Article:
waste water systems: MATERIALS ENCYcLOPEDIA
HOW THE SYSTEM WORKS
Sewage discharge from the home is carried to a septic tank equipped with one or two chambers. The inlet to the tank is equipped with a baffle that forces incoming solids to the bottom of the tank. Further baffles keep floating scum from clogging the exit pipe. After initially filling, every incoming quantity of sewage forces an equal amount of effluent out the exit pipe and into a series of perforated pipes known as the weeping bed. Here the effluent is discharged into the ground, where it percolates in the soil and is remediated to whatever degree the biological conditions in the soil can provide.
Tanks and weeping beds are sized to meet standard flow rates for the number of bedrooms in the home. The soil around the weeping bed area needs to be tested regularly to ensure adequate percolation rates.
Some anaerobic secondary treatment takes place within the tank, but the majority of treatment occurs in the biolayer of the soil in the weeping bed. Solids are not broken down very much in the tank and slowly accumulate, requiring removal. These solids are often taken to municipal wastewater treatment facilities or to landfill.
Many alternative wastewater treatment systems — including constructed wetland, peat beds, aerobic tanks, soil air injection and biofilters, among others — are extensions of this basic septic system. They use the same type of tank and weeping bed setup, but introduce a tertiary treatment element between the tank and the bed, helping to deposit cleaner water into the soil.
TYPES OF WASTE HANDLED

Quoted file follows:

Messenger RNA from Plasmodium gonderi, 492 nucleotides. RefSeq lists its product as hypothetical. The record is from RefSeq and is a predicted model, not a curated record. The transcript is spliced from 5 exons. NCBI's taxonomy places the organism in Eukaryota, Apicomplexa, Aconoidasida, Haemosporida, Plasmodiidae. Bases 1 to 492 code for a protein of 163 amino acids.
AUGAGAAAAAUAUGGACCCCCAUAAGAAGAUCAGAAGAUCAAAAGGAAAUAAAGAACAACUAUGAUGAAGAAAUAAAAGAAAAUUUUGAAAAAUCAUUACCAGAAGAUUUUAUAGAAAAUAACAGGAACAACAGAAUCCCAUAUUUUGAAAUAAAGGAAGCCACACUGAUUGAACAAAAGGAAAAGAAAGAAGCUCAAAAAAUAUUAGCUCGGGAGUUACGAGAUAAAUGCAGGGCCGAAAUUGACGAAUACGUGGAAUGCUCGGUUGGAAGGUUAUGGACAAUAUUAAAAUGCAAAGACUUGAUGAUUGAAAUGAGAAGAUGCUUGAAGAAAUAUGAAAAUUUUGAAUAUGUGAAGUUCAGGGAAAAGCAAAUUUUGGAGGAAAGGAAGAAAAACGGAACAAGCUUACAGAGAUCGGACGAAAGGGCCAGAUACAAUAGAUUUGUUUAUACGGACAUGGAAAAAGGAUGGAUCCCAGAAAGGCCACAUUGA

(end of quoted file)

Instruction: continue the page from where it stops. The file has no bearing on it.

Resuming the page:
- Black water
- Grey water
Environmental impacts: very High
The largest impact from most septic systems is not the effluent discharge but the high volume of untreated solids that must be removed from the system and treated off-site. Even systems with high-performance tertiary treatment, such as constructed wetlands and biofilters, produce the same volume of untreated solids. Options for dealing with large quantities of these solids are limited, and few are environmentally sound.
As very little effective treatment of effluent takes place within the septic tank, the discharge from the home winds up in the soil directly outside the home. A properly maintained system draining into a well-graded and biologically active soil is unlikely to cause soil or groundwater contamination. However, any conditions that can disrupt the ecological balance in the soil can cause the system to fail, allowing contaminated water into the ground. Harsh chemical cleaners (including many off-the-shelf products) in the system, too large a volume of flow, too little flow, deep frost penetration, high volumes of grease or oil and saturation of the weeping bed due to high rains or flooding are examples of conditions that cause failure.
Impacts from septic systems are multiplied if numerous systems are in close proximity to one another, such as happens in subdivisions where municipal services are not available.
Material costs: moderate to very high
The components for a conventional septic system are relatively expensive, but are easy to price. Fully installed costs can vary dramatically depending on soil conditions in the weeping bed area. High clay content, shallow bedrock, a lot of large rock or soils that are too sandy can all create poor percolation conditions, which can only be addressed by excavating and removing large amounts of soil and replacing it with better imported soil. This can raise costs dramatically, to the point where, in areas with poor soil conditions for a conventional weeping bed, the costs of alternative systems may become favorable.